Daniel Craig is back as James Bond 007 in ’Skyfall,’ the 23rd installment of the longest-running film franchise in history. In ’Skyfall,’ Bond’s loyalty to M (Judi Dench) is tested as her past returns to haunt her. 007 must track down and destroy the threat, no matter how personal the cost. When Bond’s latest assignment goes gravely wrong and several undercover agents around the world are exposed, MI6 is attacked, forcing M to relocate the agency. These events cause her authority and position to be challenged by Mallory (Ralph Fiennes), the new Chairman of the Intelligence and Security Committee. With MI6 now compromised from both inside and out, M is left with one ally she can trust: Bond. 007 takes to the shadows – aided only by field agent, Eve (Naomie Harris) – following a trail to the mysterious Silva (Javier Bardem), whose lethal and hidden motives have yet to reveal themselves. Directed by Sam Mendes (American Beauty, Revolutionary Road, Road to Perdition), ’Skyfall’ also stars Bérénice Marlohe, Ben Whishaw, Tonia Sotiropoulou, Albert Finney and Ola Rapace. ‘Skyfall’ is out in cinemas in the UK and Ireland now, while the North American release follows on November 9th. My other interviews for ‘Skyfall’ can be found here (more to come): Daniel Craig, Naomie Harris, Ben Whishaw, Javier Bardem, Bérénice Marlohe, Judi Dench, Ralph Fiennes/Albert Finney and director Sam Mendes.
How did you create and shape this character, Silva? Was it something that was in the script, was it based in part on anyone….?
Javier Bardem: I read the material and some of it was there, some of it was on the page, but most of it came with Sam Mendes and the way he asked me to approach it. In a sense that he gave me a lot of choices with Silva. Then together we found a place where, based on the word “uncomfortableness”, to create that with the other person you are talking to. That might be Bond, M, somebody else – we wanted to make Silva make them feel incredibly uncomfortable. With that in mind we created the looks and the behaviour and all of that. And that goes not only with how threatening and scary he is, but how you create a very uncomfortable situation with the other person. It was fun to go through that process with Sam because he really was open to anything.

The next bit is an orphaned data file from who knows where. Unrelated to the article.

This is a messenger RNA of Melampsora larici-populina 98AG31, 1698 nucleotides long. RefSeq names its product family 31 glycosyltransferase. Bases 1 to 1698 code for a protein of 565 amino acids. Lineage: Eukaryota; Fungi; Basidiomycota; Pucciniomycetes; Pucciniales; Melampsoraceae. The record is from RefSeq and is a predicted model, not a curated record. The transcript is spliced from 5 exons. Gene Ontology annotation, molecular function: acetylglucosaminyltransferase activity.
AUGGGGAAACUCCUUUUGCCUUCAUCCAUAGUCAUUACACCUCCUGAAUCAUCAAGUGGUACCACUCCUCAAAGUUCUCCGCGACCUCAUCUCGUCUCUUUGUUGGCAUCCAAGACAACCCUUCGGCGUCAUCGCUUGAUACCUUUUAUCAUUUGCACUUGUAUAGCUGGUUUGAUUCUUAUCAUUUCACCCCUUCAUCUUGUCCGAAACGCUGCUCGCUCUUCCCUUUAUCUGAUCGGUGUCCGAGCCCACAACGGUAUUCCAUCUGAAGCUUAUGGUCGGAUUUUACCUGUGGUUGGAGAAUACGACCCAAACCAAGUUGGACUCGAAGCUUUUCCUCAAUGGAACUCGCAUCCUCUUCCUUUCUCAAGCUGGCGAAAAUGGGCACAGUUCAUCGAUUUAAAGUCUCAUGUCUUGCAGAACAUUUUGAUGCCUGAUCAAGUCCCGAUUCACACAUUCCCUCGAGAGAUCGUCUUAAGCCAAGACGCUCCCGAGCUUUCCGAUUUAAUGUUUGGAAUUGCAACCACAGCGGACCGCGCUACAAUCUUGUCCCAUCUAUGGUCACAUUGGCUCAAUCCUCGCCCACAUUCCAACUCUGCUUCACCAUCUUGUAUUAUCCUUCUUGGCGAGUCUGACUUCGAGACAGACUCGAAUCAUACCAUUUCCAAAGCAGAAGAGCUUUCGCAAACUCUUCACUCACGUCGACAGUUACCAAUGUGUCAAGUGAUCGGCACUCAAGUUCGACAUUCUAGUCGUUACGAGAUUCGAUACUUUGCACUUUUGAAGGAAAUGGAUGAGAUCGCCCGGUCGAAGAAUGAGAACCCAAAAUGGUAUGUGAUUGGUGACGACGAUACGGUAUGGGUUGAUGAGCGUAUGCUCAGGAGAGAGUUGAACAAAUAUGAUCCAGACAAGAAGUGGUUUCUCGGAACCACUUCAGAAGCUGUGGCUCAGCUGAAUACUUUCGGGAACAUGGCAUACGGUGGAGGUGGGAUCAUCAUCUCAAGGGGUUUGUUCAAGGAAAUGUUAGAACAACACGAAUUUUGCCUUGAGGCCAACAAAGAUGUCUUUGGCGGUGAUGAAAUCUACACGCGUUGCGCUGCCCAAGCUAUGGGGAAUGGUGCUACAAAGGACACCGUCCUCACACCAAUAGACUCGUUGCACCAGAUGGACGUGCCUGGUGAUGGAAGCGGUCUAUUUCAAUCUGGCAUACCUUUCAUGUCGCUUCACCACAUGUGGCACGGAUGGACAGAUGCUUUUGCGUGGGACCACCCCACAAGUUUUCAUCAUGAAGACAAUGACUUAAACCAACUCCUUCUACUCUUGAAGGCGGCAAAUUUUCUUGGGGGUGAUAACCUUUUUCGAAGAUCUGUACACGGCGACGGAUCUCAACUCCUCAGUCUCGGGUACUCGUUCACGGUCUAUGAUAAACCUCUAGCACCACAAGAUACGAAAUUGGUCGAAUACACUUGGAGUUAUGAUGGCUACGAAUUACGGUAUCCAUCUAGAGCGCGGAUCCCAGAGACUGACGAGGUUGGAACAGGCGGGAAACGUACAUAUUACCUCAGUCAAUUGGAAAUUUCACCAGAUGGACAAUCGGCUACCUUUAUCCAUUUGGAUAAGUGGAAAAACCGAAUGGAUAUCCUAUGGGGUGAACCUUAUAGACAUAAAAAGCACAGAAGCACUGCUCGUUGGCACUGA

Steven Spielberg directs two-time Academy Award winner Daniel Day-Lewis in ‘Lincoln,’ a revealing drama that focuses on the 16th President’s tumultuous final months in office. Based on the best-selling book ‘Team of Rivals’ by Pulitzer Prize-winning historian Doris Kearns Goodwin, and adapted for the screen by Tony Kushner and Goodwin himself, ’Lincoln’ focuses on the life of the former President, focusing on the man’s rise to politics and his role in the Civil War.
Alongside Daniel Day-Lewis as Abraham Lincoln, ‘Lincoln’ stars Sally Field as Mary Todd Lincoln, Tommy Lee Jones as Thaddeus Stevens, Joseph Gordon-Levitt as Robert Todd Lincoln, John Hawkes as Robert Latham, David Strathairn as Secretary of State William Seward, Walton Goggins as Wells A. Hutchins, James Spader as WN Bilbo, Jared Harris as Ulysses S. Grant and Jackie Earle Haley as Alexander Stephens. David Oyelowo, Tim Blake Nelson, Hal Holbrook, Bruce McGill, Joseph Cross, David Costabile, Byron Jennings, Dakin Matthews, Boris McGiver, Gloria Reuben, Jeremy Strong, David Warshofsky and Lee Pace also star. In the US, ‘Lincoln’ will hit limited theaters on November 9th before expanding wider on November 16th. The film lands in UK cinemas on January 25th.
In the film, while we see Abraham Lincoln struggle with his responsibilities to his country, to his wife, his morals….we also get a glimpse into his father/son relationship with your character. Can you talk a little bit about that dynamic of father and son in ‘Lincoln’?
Joseph Gordon-Levitt: Sure. I play Robert Todd Lincoln, who’s Abraham Lincoln’s eldest son. And in fact they didn’t have a great father/son relationship, it was quite strained. Abraham Lincoln was largely absent when Robert was young, he was on the circuit. I love that because this movie doesn’t portray Abraham Lincoln as a symbol, or an icon, or an angel. ‘Lincoln’ shows him as a human being, it shows him as a man with flaws, a guy who has to make compromises, who has his moments of hypocrisy. I think that’s really important, you know? Yes, he’s one of the great leaders and great minds of history, but he’s also a human being. I think it’s important to remember, and also it make for a really interesting movie to watch.